"AA Bronson's School for Young Shamans"

An artist-healer communes with the artists he's influenced.

Time Out Ratings :

<strong>Rating: </strong>5/5

AA Bronson, Self-Portrait, August 2 2007

Courtesy Of The Artist And John Connelly Presents

One of the central tenets of Buddhism is that when someone dies, his or her aggregate parts—physical, emotional, mental—reconfigure to form another being. Over the course of three decades, AA Bronson, 61, has dealt repeatedly with dissolution, in terms of both personal loss and of career. His responses to these changes constitute a large part of his art-making process, which is based on his continuous self-reinvention. At John Connelly, he presents his own pieces alongside those of peers and younger artists (the show includes work from the past 40 years) whose own ideas have been influenced by this veteran performance artist and self-described “healer.” Still, “School for Young Shamans” is very much a solo outing that can be read as both a passing of the torch and a renewal of Bronson’s oeuvre.

Intergenerational shows, particularly those addressing subcultures (in this case, gay life) can seem like a stilted attempt to preserve the past, formulating aesthetic genealogies in a subtle form of embalming. However, the artist manages to avoid such pitfalls. By assembling the work, if only nominally, as a “school,” and by collaborating with the other participants—on performances during the opening and on static pieces in the exhibit—he generously sets the table for a conversation among artists without having to draw strenuous parallels.

Starting in 1969, Bronson (born Michael Tims in Vancouver) worked and lived with partners Jorge Zontal and Felix Partz as General Idea. This Canadian Conceptualist group subverted popular culture through artist-initiated performances and temporary public-art projects, as well as distributed media such as postcards, posters, wallpaper and balloons. Starting in the ’80s, Bronson began to lose many of his friends to AIDS—both Partz and Zontal passed away due to AIDS-related causes in 1994. After their deaths, Bronson began training in various spiritual and healing disciplines, including Yamantaka, a tantric path that focuses on transcending accepted definitions of death. He also opened a tantric massage practice in New York City. Speaking of this period, Bronson, in a 2003 interview, told BUTT magazine, “I found myself on a path that had more to do with living than dying.”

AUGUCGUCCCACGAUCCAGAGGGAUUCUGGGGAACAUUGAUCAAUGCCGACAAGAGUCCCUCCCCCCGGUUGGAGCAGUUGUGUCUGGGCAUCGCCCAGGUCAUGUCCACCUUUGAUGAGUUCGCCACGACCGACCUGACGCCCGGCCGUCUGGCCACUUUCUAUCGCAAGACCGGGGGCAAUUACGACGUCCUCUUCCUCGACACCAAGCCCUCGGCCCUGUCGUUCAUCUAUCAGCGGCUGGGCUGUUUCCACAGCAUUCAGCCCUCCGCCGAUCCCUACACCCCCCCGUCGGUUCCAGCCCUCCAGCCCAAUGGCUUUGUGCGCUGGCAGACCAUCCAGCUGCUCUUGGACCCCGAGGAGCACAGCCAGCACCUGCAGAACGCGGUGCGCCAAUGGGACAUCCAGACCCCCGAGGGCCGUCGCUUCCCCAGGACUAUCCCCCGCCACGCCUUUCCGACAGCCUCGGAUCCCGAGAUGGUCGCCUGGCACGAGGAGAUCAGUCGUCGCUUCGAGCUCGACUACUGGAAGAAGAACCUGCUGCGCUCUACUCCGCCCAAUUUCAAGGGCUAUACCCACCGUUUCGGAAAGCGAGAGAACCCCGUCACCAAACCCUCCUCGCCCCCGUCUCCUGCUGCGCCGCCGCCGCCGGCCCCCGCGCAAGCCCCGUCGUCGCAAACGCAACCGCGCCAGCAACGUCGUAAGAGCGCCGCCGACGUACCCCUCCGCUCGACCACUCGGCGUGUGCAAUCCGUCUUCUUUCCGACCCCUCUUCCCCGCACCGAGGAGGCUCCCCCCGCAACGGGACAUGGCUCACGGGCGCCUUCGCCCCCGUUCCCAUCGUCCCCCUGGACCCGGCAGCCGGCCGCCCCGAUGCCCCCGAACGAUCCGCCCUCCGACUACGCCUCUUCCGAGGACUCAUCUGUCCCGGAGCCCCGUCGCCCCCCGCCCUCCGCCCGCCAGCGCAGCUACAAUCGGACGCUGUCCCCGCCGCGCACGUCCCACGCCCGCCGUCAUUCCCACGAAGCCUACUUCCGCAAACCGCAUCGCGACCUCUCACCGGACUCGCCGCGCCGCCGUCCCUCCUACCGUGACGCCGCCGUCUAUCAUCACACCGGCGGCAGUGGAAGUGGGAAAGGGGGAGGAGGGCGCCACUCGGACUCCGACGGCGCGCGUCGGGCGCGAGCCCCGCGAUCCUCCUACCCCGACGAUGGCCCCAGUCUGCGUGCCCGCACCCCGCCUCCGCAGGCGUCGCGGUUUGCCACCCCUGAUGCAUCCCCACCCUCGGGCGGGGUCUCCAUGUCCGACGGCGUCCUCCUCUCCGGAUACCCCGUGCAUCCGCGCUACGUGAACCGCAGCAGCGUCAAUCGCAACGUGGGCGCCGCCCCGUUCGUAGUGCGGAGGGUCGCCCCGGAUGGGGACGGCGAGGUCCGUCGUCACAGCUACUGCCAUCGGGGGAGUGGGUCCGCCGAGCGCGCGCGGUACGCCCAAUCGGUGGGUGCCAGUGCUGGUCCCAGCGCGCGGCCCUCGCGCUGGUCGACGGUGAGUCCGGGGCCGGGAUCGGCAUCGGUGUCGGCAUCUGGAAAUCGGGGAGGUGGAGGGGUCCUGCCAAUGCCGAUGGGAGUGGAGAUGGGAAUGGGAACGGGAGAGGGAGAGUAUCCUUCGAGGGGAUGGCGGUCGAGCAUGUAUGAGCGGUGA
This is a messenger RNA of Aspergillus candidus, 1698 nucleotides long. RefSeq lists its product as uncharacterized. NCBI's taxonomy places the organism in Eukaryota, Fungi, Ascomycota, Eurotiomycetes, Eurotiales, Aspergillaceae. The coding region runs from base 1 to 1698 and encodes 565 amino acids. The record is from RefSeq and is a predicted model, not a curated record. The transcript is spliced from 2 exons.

Michael Dudeck, Fish Dance II (Recalibrated) for Joshua from Moses

Courtesy Of The Artist And John Connelly Presents

While much of the work here takes, tangentially or directly, gay-male sexuality as subject matter, its predominant thread is spirituality. Bronson and his companions all draw strong connections among the ecstatic states of sexual activity, religion and art-making. With Terence Koh, formerly asianpunkboy, Bronson has created The painter looks through to the other side of the hole/In search of the White Knave, 2004/2007, a life-size reproduction of two toilet stalls connected by a glory hole that invokes the peephole in Duchamp’s Etant Donné. One stall (Bronson’s half of the collaboration) is entirely white while the other (Koh’s half) is plastered wall to wall with black-and-white photocopied cutouts of gay porn. A look through the hole from the white side yields a glut of images, while a look from the collaged side has the opposite effect. From either side, the piece seems to invite the viewer to enter the unknown in order to make discoveries.

The work of the younger artists is grouped together in a back-room installation; taken together, it creates a kind of shrine to the search for identity and enlightenment. Christophe Chemin’s video, The Gold Room, features a naked male jumping up and down in different rooms of an apartment; occasional close-ups of his feet in mid-air give the impression that he’s levitating. Naufus Ramirez-Figueroa’s video, Masturbating in the Fatherland, intercuts scenes of the artist inserting a carrot in his ass with images of his father, a professional musician, singing and playing guitar. The text in Peter Brandt’s Needed-Erase-Him, overlaid on a photo of a man standing nude with his head covered by a scarf, excoriates and pities masculinity as a societal construct. Brandt here seems to be dealing with the paradoxes of wanting to have power and rebelling against it, too.

Bronson’s own efforts appear fresh in this context, especially the images from his striking “Evidence of Body-Binding” series, and the wall-size color photo, greeting visitors as they enter, of his partner Mark holding daughter Anna, taken in 2001 right after her premature birth. Whatever else “School for Young Shamans” may be about, it points the way to a renewal of life and art.

John Connelly Presents, through Feb 16